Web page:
I suspect the real motivation on the part of these bureaucrats is to address their concerns for wealth inequality both on the personal and corporate levels. The initial rules are built on a scale with the greater the assets owned the more draconian the implications. The focus is on principal trading. If these regulations are fully implemented it is where the job and profit opportunities will be created. Instead of the bulk of trading being conducted on exchanges and by the members of the concentrated players, it will shift to smaller asset owners who control large amounts of clients’ money; e.g., Hedge Funds or similar non-deposit taking groups. These groups will have no obligations to the marketplace and/or to provide service to individuals. In effect we will have reinforced the kind of private markets that currently run most of the commodity and real estate markets. The new enhanced trading groups will need research for both decision-making and institutional marketing. Some of these groups will gather money through accounts, others may use private vehicles that that have similar characteristics to mutual funds.

Historically any attempts to legislate risk has only shifted to other locations including beyond borders. Thus the aggregate total of risks assumed is unlikely to change. People’s business cards and the location of some of their computer servers accessing the Cloud will change. By the way, the biggest source of risk for most citizens is the induced risk that is inherent in current government practices; for instance deficits, unfunded liabilities, and unaccounted for contingent risks.

The Enthusiasm Watch

As repeatedly set forth, I am on the watch for growing enthusiasm for stock prices as a warning device of a major top. Here are three cautionary signs:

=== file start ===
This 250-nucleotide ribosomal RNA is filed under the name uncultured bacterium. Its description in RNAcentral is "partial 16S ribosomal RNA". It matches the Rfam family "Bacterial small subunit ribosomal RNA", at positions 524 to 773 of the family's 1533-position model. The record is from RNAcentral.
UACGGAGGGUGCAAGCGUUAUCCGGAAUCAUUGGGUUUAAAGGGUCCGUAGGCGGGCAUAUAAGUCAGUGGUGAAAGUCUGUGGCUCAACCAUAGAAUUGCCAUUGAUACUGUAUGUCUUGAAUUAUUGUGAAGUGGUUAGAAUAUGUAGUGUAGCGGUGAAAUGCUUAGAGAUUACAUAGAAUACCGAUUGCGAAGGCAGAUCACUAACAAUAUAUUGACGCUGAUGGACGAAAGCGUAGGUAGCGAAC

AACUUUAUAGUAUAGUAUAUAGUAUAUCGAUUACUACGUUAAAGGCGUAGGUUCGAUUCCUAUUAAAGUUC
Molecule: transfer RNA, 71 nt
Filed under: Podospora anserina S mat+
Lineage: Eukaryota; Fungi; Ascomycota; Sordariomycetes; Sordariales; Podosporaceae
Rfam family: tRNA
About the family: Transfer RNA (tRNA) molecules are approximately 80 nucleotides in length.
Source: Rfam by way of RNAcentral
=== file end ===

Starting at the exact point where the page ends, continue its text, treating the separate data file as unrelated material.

• Only three of forty-four markets tracked by The Economist declined in the week ending April 20th.

  • Both in the US and Europe mutual fund investors are putting money into Fixed Income funds and out of Money Market funds showing a lack of Jamie Dimon’s concern about rising rates.

  • Barron’s Big Money Poll of global money managers has 35% bullish and only 16% bearish with 49% neutral. However 59% are bullish on commodities. (They must have high confidence in their individual selection skills for their outlook for corporate profits this year is under 5% and under 10% in 2017. This suggests reliance on concentrated, less diversified portfolios.)

Standard Approach to Look for New Winners

One of the lessons I learned from an old market pro was to search the new low list for future winners. This is why I insisted on showing the lagging funds much to the annoyance of fund managements when I was publishing Mutual Fund Performance. I still believe it is a good exercise in the search of future winners. This view was reinforced with the arrival of Dimensional Fund Advisors' Matrix Book.

Near the very end of this interesting compendium were two pages that looked at twenty years of relative performance of developed and emerging markets which I found to be instructive. Below is a table for the last six years of the best and worst performing countries in these two universes:


New Zealand  

My data analysis points out how rare there is a repeat with only USA having a next year winning repeat and Austria and Spain repeating on the downside later.

Much more important in the emerging market lead, both Hungary and Egypt went from the worst to the best in a few years time.

Using the Hungary/Egyptian model I would be looking for opportunity in both Canada and Singapore.

Question of the week: How do you search for future winners?     
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A. Michael Lipper, C.F.A.,